Who pays for candidates’ political campaigns? Somebody has to. It’s getting expensive to run for public office — almost any office. The average cost of a successful U.S. Senate campaign is in the neighborhood of $10 million, but local elections aren’t easy to finance either. The cost of advertising, rallies, yard signs, staff and other expenses adds up quickly. Gov. Larry Hogan and Lt. Gov. Boyd Rutherford have $9 million on hand, according to their most recent report, and it’s only June, and they don’t have a primary opponent. Even running for city offices isn’t cheap — the council president raised $798,000 the last time around.
The simple answer is that who foots the bill depends on the candidate. It’s usually some combination of donors, individuals and groups, big and small, along with those who can afford to pay their own way. But here’s where the real problem comes in: A lot of the donors are quite big, they don’t live around here, and they aren’t giving anybody anything merely out of the goodness of their hearts. In local government, the bread-and-butter of campaign donations comes from developers, labor unions and others who do a lot of business with government. They are the folks with the deep pockets and the quid pro quo motivation. To name just one example, rare is the construction project that doesn’t require various approvals from local government from zoning to permits and, in some cases, taxpayer-supported financing or infrastructure.
That makes campaign finance an area rife with potential conflicts of interest, yet limits imposed on donations and public disclosure requirements have been inadequate to address them. Take a look at any major decision facing a jurisdiction — whether it’s awarding a major contract or deciding how to invest pension funds or authorizing a blighted block’s redevelopment — and there’s a good chance that the beneficiary (or beneficiaries), from owners to builders to brokers to organized labor, have given substantial sums to the folks voting on it. So even if elected officials are convinced they’ve acted in the public’s best interests, there’s often the lingering appearance of impropriety.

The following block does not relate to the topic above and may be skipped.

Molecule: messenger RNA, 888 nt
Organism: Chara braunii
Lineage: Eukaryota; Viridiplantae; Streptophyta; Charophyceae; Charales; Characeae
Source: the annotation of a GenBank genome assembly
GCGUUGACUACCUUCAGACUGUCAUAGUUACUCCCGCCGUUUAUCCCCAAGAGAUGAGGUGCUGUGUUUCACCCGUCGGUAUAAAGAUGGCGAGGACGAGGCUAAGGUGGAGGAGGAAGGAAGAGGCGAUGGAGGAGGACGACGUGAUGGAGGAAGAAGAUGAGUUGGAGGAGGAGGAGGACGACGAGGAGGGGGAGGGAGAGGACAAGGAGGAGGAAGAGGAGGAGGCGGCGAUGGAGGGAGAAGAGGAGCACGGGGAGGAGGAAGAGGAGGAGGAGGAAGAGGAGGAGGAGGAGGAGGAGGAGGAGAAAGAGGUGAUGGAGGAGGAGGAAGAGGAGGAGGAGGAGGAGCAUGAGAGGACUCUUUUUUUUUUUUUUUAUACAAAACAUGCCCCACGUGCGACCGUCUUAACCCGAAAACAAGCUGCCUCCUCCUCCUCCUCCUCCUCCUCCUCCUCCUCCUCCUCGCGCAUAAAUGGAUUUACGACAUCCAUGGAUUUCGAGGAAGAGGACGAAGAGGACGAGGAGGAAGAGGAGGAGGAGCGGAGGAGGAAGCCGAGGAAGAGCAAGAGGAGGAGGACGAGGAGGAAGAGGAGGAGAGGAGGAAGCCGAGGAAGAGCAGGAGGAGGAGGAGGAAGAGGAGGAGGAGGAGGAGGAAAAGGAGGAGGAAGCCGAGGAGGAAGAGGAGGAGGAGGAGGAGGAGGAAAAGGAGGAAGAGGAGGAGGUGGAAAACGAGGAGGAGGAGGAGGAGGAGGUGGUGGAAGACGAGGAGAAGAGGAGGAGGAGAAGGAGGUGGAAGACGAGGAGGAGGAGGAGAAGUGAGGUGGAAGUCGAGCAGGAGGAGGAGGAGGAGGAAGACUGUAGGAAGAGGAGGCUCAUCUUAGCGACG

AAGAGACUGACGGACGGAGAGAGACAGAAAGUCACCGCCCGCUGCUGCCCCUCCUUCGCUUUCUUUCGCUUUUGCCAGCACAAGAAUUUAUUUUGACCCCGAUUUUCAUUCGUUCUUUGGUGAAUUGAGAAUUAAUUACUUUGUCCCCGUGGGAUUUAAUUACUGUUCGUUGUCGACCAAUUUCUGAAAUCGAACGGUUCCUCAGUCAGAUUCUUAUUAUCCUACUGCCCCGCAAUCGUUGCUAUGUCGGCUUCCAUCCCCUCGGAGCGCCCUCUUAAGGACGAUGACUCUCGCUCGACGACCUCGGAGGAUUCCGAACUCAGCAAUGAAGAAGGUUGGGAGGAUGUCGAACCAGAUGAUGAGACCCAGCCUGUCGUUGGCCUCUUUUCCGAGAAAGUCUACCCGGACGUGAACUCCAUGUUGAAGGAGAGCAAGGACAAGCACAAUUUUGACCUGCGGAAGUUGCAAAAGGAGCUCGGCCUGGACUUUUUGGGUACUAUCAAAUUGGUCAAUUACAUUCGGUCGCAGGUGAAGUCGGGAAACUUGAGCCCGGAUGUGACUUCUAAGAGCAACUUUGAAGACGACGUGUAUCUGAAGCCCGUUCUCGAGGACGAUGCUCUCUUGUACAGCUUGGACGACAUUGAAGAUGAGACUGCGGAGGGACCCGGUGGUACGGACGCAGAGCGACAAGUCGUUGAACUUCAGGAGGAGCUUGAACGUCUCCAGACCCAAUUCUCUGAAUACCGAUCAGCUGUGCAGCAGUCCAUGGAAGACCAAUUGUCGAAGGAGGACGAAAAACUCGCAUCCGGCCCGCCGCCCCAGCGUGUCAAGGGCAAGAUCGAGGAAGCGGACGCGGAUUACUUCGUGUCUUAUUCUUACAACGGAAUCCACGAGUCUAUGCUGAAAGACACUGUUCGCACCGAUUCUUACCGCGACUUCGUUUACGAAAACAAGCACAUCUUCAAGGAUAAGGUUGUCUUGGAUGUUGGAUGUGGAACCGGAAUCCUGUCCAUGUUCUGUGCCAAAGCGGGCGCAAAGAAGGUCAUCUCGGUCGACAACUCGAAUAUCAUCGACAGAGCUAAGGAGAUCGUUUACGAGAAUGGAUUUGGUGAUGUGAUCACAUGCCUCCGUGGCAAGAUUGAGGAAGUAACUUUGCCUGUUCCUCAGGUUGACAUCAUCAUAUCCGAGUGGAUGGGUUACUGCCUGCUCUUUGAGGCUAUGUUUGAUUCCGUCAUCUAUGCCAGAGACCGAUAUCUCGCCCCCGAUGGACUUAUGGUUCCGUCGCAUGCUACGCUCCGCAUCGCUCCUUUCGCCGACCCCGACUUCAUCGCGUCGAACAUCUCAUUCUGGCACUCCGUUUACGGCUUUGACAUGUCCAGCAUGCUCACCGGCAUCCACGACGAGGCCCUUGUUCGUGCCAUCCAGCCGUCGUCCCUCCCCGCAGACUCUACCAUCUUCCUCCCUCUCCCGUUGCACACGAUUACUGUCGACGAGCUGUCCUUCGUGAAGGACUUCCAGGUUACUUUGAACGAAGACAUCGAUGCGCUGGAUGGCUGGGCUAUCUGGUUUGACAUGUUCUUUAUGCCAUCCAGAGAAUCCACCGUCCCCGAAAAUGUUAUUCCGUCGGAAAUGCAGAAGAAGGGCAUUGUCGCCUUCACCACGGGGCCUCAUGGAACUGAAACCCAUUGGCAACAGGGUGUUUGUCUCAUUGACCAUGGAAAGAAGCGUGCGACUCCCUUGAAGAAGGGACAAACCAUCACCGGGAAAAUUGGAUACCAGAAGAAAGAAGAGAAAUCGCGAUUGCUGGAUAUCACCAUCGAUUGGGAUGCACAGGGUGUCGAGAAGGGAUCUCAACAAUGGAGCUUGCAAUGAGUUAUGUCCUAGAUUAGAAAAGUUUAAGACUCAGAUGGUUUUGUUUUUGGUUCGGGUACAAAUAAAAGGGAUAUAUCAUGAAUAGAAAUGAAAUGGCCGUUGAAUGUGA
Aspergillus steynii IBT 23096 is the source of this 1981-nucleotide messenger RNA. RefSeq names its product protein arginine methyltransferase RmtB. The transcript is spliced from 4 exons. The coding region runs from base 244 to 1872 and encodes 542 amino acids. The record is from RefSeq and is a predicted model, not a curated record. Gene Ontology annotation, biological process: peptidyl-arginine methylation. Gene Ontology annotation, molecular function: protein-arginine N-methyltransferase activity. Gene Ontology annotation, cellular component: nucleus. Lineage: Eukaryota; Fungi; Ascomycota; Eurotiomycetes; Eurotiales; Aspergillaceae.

That’s why a charter amendment scheduled to be heard by the Baltimore City Council on Wednesday is so important to the city’s future. It would for the first time authorize a public fund to finance city election campaigns. Like similar approaches in Montgomery and Howard counties, candidates for mayor, city council, council president or comptroller would qualify (through small donations) to receive matching money from the proposed “Fair Election Fund” in return for not accepting donations above a certain amount — perhaps $150. Indeed, the specifics of how this would work would be determined by an 11-member commission. Most likely the first city election held under this system would be in 2024.
There’s a lot standing in the proposal’s way. As a charter amendment, the bill offered by Councilman Kristerfer Burnett would have to pass the council, be signed by the mayor and then be approved by the voters. But the real obstacle may be overcoming the public’s natural distaste for seeing tax dollars go to directly benefit candidates. Proponents estimate they’d need to collect in the neighborhood of $2 million annually or $8 million over a four-year election cycle. What else might those tax dollars be used for — summer jobs, school counselors, expanded rec center hours? It’s not hard to envision uses that sound a lot more attractive than yard signs.
But if city residents want a lean and efficient government — and elected officials who work for them and not for special interests — that $8 million (or about 0.06 percent of the city budget) might be worth a hundred times that, a thousand perhaps. This type of voluntary campaign finance reform (a candidate doesn’t have to take advantage of it) can’t guarantee good government. But the status quo will guarantee that big donors will have big access and big influence. That should be a no-brainer.
This year, most of the candidates running in Montgomery County have elected to participate. In D.C., a similar measure passed the city council unanimously in January. Baltimore’s proposal leaves open all kinds of questions: Where will the money come from? What are the exact parameters to qualify? What percentage is the match? But that’s actually a good thing. It will be up to the 11-member commission to recommend specifics. The city council, mayor and voters need only to commit to creating a non-lapsing special purpose fund — and to the principal that we’d rather politicians be beholden to their neighbors then to self-interested outsiders.
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